U.S. Catholic readers across the board say they are interested in the spiritual practices of other faiths. Eighty-one percent would like to learn more, and 52 percent have participated in a faith practice of a different religion. “When I engage in intentional spiritual practices I feel more centered and at peace,” says Lynne Miller from Oakland, California, who enjoys partaking in the Eastern spiritual practice of yoga. Similarly, Andrew Peterson from Chicago says, “Yoga allows me to center myself. I practice centering prayer as well, but I find myself feeling most grounded and close to God when I can unite my body with my prayer.”
U.S. Catholic readers also express difficulty finding the time to pray. Bob Slobig of River Forest, Illinois says, “I sometimes resist prayer, particularly when I am tired. But I still get a sense that may be when I need it most.” Sally Nehr from Poquoson, Virginia sees her fellow Catholics losing the desire to pray and says that it worries her. Laura Mack from Rome, New York admits to having her own struggles. “My prayer life goes through peaks and valleys,” she says. “I try to fully appreciate the moments when I’m feeling close to God and work through the moments when I feel that I’m further away from him. Prayer is a part of my everyday life, and I pray in various ways throughout my day.”
Despite a lag in formal prayer, however, survey respondents say they connect with God even in the mundanity of everyday life. Patrick Driscoll from Chicago says, “I stopped prayers of petition a long time ago. For me praying is seeing or trying to see others as part of Christ.” Activities such as reading, walking, and even engaging in discussion with others are common ways U.S. Catholic readers pray. Amy Jones of Grand Rapids, Michigan says, “I find God in the smallest, most insignificant portions of my day. In particular, I pray as I fold laundry, cook for my family, and even vacuum the rug.”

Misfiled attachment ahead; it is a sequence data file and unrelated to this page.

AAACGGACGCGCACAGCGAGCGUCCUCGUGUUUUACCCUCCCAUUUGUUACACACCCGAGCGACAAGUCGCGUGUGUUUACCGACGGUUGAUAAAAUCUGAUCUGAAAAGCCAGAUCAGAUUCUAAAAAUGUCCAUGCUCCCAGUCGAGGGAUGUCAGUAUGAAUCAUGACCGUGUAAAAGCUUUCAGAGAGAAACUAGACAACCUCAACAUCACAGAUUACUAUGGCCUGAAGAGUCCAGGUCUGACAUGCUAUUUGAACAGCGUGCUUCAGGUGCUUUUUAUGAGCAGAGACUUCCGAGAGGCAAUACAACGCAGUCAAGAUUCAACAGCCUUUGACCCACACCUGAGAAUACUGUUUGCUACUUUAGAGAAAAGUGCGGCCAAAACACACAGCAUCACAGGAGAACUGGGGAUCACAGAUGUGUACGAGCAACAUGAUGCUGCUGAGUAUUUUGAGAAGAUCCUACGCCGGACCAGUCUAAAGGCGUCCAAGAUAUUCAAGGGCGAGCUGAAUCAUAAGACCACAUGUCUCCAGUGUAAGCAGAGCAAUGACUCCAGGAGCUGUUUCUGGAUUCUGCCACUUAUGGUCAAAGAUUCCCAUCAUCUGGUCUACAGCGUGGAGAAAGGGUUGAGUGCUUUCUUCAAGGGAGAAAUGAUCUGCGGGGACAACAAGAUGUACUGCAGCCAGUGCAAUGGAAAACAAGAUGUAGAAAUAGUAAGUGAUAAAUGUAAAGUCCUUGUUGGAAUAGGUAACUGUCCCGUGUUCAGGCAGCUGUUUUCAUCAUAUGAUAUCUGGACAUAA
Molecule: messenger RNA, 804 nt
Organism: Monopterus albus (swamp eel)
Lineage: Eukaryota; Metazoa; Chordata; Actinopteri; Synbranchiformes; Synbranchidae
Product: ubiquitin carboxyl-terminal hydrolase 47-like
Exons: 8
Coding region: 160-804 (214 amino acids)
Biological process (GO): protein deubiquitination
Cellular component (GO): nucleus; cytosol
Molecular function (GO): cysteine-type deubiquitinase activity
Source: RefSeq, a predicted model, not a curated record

Respondents express a deep desire to dedicate themselves to prayer life outside of Sunday Mass. “I have always admired the faiths, such as Islam, Judaism, and Buddhism, that have not abandoned daily prayer throughout the day. They set personal prayer practices and participate in faith practices in the home, not just in their respective houses of worship,” says Donna Frithsen of Marlton, New Jersey. “My faith and relationship to God are more than simply attending Mass. Participation in the church is but one aspect of a faith commitment. I feel the call to take the lead of other faiths and better integrate prayer into my life.” Karen Kam of Plymouth, Minnesota says she has been working to improve her prayer life. “Making prayer a daily habit and a priority has improved my faith,” she says. “I pray right when I wake up and feel closest to God when I participate in the Eucharistic Adoration.”
Across the board, U.S. Catholic readers express the importance of prayer in their lives. Whether working to strengthen their faith or exploring nontraditional spiritual practices, Catholics are looking for ways to connect with God. Joseph Tomei from Santiago, Chile echoes the thoughts of many survey respondents. “Prayer is my life,” he says. “I do not know where I would be today nor what I would do without prayer. It is what sustains me and motivates me. It is what gives me life.”
This article also appears in the July 2019 issue of U.S. Catholic (Vol. 84, No. 7, pages 21–25).
Image: Unsplash cc via Patrick Fore